It's one of a parent's greatest fears — getting a call from day care that your child has been hurt. That's what happened to Leo Druliner's parents in January.
Leo's mother, Brooke, was at work at Mayo Clinic's Rochester campus, where she performs colorectal cancer research, when the day care facility Leo attended called to tell her he hurt his eye following a fall.
"When I got there, it was apparent that the injury was more extreme," Brooke says. "The material of Leo's left eye appeared to be coming out. I would learn later that this was because his eye had ruptured."
Brooke immediately took her 16-month-old toddler to Mayo Clinic's Department of Emergency Medicine, where Jenny Wang, M.D., an ophthalmologic surgery resident, evaluated Leo. She told Brooke and Brooke's husband, Aaron, that their son would need emergency surgery.
"The white of the eye had a lot of bleeding under the surface. It looked like the eye had a full-thickness laceration," Dr. Wang says. "I could sense how traumatic this was for his parents."
Dr. Wang performed surgery to repair the ruptured globe in Leo's eye alongside Mayo Clinic ophthalmologist and cornea surgeon Sanjay Patel, M.D.
"He was lucky with the location of the injury. It was at the edge of the cornea and toward the front of the eye," Dr. Patel says. "Lacerations toward the back of the eye can be more vision-threatening because they're often associated with retinal detachment."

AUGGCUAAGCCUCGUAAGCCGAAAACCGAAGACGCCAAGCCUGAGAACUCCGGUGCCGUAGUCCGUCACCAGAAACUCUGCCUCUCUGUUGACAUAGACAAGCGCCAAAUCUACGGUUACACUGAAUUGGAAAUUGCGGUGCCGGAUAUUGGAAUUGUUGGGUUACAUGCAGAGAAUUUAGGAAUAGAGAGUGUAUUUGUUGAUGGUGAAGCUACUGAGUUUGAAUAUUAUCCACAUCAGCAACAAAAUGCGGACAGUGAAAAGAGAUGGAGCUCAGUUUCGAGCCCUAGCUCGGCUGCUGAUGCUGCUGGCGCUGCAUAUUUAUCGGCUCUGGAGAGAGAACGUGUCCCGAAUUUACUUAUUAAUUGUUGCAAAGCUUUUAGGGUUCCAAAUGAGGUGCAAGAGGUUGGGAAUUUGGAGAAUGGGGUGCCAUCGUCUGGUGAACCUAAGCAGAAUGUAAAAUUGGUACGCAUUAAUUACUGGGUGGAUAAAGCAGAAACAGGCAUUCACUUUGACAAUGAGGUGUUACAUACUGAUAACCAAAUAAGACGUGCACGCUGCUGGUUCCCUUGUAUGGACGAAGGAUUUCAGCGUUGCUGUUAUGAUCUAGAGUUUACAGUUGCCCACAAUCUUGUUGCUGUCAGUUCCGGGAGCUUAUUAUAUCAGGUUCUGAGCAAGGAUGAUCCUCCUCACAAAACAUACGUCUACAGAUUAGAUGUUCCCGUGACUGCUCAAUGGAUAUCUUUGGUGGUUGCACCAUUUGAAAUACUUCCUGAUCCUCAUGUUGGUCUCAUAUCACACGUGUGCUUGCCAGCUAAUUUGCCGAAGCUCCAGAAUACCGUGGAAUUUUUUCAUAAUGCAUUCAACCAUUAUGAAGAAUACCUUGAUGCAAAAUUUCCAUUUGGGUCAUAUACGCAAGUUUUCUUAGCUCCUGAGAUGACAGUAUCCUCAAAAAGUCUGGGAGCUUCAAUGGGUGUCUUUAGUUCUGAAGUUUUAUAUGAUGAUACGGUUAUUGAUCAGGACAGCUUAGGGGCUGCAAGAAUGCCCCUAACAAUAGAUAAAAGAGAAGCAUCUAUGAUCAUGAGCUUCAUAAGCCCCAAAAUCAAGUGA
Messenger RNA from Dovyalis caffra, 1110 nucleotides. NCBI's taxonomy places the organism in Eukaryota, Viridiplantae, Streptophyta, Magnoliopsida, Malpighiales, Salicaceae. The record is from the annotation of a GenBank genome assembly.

"Dr. Patel explained everything he saw in the surgery to us and told us he was very pleased with the way he was able to stabilize Leo's eye."Brooke Druliner
Fortunately, Leo's retina was still attached, and doctors stitched the wound closed. Although the surgery was successful, it was uncertain how much vision Leo would recover in the eye.
"Dr. Patel explained everything he saw in the surgery to us and told us he was very pleased with the way he was able to stabilize Leo's eye. He also told us that his eye wouldn't look the same. His pupil would be misshapen because of the loss of iris tissue due to the injury," Brooke says, "And the most difficult news of all was that the chances that Leo would regain his full vision in that eye remained guarded."
Leo's vision was in jeopardy due, in part, to his young age, according to Erick Bothun, M.D., Leo's pediatric ophthalmologist at Mayo Clinic. "Our brain develops vision in the first few years of life, and anything that hinders the function of one eye can disrupt the brain development of the visual acuity and eye alignment," Dr. Bothun says.
Three weeks later, Leo had a second surgery that allowed his care team to better study the eye after it had healed from the first repair. Dr. Bothun removed several of the sutures from the first surgery and confirmed Leo's retina was still attached. But while examining the eye during surgery, Dr. Bothun discovered some of the layers of the retina were torn, which could signal a potential problem with future retinal function.